Post by Yuri Hauswald, GU Community Development Manager
This one time, at gravel camp, I rode with the King of the Kanza himself, 4x winner Dan Hughes, and he didn’t drop me, but he did “win” every county line sprint. I also spent three days riding with forty folks from all over the country, in a region of eastern Kansas and north central Oklahoma that contains the largest intact tallgrass prairie in North America. I’m talking about the Flint Hills, which surround Emporia, Kansas, and also happen to be the launch pad for the Dirty Kanza gravel camp and the home of the Dirty Kanza 200, arguably the hardest gravel race in the world.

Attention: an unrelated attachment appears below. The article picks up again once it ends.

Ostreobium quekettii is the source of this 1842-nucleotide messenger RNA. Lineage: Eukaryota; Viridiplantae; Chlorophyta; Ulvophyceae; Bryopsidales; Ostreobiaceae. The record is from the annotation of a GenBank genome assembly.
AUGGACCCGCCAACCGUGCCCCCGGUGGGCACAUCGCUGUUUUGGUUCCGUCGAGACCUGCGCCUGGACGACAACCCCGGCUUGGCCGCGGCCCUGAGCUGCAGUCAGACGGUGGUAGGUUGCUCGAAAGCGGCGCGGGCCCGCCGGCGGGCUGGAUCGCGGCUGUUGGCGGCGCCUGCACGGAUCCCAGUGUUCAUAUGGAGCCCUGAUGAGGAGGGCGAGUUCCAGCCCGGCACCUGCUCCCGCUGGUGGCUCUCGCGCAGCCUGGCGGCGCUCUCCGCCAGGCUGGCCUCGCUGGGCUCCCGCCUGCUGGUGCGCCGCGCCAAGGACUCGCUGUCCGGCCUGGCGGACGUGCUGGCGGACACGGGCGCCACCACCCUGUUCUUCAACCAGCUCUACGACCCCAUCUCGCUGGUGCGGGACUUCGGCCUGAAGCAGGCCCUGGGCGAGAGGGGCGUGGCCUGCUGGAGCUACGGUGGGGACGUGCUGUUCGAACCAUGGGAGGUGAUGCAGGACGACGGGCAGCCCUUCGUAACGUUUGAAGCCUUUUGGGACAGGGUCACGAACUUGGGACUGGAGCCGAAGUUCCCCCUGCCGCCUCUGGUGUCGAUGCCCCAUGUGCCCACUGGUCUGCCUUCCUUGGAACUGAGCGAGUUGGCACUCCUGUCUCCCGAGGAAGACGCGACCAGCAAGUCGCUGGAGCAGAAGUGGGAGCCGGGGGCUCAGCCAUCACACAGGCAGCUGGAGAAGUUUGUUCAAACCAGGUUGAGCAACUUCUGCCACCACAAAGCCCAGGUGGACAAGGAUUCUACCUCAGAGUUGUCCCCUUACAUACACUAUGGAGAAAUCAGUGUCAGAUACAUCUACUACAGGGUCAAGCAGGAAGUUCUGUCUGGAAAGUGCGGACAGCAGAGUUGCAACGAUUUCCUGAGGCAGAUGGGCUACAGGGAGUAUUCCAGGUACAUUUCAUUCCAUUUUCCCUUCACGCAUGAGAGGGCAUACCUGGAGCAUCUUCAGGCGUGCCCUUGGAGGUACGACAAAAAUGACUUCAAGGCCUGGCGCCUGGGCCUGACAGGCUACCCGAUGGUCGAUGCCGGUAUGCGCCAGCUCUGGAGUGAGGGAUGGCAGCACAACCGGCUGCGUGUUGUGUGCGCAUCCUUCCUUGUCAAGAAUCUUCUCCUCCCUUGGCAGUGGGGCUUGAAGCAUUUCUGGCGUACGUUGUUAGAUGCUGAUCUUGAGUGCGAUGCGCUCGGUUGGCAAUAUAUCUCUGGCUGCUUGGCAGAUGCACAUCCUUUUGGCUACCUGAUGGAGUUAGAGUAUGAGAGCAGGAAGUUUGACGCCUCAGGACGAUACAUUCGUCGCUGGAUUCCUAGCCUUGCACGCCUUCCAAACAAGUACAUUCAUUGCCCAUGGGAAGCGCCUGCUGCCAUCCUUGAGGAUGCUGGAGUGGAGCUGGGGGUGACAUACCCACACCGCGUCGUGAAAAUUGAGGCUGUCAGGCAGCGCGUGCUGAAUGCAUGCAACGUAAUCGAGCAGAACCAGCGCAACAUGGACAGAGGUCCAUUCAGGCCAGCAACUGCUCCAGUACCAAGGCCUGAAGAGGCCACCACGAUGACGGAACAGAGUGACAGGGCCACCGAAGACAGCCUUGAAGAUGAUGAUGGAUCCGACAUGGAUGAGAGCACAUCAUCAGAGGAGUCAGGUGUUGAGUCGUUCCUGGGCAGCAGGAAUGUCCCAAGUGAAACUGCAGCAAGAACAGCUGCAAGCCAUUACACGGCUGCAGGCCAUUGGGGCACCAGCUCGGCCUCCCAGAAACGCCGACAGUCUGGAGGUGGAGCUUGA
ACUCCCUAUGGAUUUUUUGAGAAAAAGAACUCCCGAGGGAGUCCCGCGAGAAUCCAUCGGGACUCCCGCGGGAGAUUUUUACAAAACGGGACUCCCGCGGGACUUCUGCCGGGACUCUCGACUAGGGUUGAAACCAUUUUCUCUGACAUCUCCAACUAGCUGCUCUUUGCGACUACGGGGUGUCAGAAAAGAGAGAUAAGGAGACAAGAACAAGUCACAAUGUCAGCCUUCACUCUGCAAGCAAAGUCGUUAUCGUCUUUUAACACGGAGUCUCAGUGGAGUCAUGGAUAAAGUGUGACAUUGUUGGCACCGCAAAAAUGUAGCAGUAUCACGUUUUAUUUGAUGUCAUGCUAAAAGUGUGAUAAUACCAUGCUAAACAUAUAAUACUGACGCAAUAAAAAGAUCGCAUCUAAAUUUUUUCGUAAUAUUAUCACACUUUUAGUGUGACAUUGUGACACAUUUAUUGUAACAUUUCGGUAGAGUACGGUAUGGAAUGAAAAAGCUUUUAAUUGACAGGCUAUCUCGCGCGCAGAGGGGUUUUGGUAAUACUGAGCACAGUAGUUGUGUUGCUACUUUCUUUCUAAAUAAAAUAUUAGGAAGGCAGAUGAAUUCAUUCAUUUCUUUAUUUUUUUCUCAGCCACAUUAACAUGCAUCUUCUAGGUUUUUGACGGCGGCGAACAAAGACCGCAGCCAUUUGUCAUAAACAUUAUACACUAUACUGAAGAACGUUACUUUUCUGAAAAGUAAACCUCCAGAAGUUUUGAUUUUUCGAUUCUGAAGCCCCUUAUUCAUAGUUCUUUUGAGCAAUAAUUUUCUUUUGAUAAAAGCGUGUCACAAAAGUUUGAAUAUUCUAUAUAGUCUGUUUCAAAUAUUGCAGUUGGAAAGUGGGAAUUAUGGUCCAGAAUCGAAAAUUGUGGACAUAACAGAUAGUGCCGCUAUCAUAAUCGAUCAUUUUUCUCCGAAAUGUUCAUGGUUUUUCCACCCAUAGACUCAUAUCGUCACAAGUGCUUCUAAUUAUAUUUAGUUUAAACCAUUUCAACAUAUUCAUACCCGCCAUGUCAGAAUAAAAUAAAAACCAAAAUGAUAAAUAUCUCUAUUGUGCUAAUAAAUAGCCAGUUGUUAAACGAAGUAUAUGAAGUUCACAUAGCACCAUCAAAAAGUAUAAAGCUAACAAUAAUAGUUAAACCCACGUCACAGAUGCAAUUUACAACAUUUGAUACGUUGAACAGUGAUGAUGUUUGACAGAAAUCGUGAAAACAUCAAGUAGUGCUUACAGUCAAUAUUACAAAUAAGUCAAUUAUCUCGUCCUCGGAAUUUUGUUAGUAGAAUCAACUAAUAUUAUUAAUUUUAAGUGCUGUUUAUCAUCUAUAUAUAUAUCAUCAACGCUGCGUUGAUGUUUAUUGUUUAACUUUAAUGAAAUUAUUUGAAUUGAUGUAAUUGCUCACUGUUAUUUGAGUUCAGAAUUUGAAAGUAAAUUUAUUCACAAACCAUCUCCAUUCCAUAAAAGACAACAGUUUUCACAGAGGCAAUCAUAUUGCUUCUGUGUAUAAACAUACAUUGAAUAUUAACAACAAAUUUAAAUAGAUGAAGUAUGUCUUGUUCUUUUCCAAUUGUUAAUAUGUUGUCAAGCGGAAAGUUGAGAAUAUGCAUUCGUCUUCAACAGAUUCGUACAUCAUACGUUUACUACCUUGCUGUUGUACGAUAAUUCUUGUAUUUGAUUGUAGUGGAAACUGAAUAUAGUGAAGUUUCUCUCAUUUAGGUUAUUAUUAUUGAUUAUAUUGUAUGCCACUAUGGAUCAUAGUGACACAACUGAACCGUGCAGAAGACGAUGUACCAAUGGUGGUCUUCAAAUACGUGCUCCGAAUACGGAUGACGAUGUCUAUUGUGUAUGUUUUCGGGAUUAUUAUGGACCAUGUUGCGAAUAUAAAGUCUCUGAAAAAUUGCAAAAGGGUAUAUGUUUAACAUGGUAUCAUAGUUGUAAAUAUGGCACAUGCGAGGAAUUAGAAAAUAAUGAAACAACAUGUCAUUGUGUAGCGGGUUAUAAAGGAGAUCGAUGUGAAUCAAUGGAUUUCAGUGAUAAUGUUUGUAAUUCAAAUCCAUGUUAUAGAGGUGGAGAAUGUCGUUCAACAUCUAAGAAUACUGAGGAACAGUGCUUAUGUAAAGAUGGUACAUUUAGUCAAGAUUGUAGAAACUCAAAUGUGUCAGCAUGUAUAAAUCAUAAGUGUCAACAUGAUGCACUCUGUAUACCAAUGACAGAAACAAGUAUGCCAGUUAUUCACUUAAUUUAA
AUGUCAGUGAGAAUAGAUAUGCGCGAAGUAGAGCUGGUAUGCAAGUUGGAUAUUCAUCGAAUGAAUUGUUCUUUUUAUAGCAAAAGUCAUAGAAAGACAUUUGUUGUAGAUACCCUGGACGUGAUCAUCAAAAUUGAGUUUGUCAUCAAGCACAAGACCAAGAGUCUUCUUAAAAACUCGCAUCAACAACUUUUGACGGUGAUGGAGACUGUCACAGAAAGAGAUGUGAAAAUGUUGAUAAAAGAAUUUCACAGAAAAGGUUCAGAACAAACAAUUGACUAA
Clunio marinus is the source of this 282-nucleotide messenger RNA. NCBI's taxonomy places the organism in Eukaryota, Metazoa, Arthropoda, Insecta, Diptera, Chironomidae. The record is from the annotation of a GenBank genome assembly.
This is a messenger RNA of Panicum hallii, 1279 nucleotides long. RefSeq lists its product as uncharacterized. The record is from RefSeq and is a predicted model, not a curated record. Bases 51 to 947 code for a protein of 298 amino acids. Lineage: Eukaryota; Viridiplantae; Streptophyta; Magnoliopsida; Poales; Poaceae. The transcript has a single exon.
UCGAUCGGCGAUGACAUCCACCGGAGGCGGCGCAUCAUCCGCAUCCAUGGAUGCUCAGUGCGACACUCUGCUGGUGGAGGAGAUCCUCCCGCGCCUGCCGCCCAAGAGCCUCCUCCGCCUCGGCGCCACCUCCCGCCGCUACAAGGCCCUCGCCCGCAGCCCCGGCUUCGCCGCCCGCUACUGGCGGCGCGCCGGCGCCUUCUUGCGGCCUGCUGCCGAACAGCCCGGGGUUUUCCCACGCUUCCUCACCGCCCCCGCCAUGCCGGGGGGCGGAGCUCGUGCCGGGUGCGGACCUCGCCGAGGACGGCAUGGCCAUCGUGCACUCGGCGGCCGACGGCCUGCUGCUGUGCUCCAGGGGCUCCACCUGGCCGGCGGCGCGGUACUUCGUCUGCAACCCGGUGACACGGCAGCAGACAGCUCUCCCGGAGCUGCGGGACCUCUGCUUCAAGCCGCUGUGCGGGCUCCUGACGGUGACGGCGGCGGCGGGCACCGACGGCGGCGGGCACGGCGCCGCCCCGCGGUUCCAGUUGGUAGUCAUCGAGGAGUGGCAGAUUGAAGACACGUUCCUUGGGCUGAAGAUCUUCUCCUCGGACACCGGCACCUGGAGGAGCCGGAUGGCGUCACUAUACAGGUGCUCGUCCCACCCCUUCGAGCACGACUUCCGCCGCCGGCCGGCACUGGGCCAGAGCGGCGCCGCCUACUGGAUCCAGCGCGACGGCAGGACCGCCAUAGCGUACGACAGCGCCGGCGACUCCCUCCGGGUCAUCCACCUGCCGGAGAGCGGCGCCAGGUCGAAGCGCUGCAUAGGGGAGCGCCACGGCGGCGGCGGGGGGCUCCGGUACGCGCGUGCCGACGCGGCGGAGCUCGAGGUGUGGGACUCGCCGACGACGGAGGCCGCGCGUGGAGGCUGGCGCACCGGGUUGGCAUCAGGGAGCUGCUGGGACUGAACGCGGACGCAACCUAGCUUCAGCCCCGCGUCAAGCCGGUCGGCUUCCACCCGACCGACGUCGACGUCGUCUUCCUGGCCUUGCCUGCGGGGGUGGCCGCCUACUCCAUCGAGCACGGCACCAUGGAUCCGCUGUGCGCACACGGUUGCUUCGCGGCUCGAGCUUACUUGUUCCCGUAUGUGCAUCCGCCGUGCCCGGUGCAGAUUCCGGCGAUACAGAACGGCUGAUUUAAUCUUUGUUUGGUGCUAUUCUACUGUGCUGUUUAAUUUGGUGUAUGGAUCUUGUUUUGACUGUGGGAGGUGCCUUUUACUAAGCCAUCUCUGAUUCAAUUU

There are no National Parks in Kansas, there’s no BLM land, the paved roads tend to not have safe shoulders to ride on and there certainly aren’t any mountains, so gravel gives people a chance to see the landscapes just a few miles outside of town and get away from it all. And the landscape that’s outside Emporia, KS, the birthplace of the Dirty Kanza 200, well, it’s stunning. Yeah, I know, most folks don’t put “stunning” and “Kansas” in the same sentence, but they obviously haven’t experienced the geography that makes this part of the state unique and beautiful. The Flint Hills, also known as Bluestem Pastures or Blue Stem Hills, are a region of eastern Kansas and north central Oklahoma that contain the largest intact tallgrass prairie in North America. Less than 4 percent of the original tallgrass prairie remains—and most of it is in the Flint Hills of Kansas. One of the other distinguishing features of this region, and the bane of those who dare to ride bikes through it, is the sharp, flint rock that has survived eons of erosion and is what prevented the tall grass prairie from being plowed under for farmland.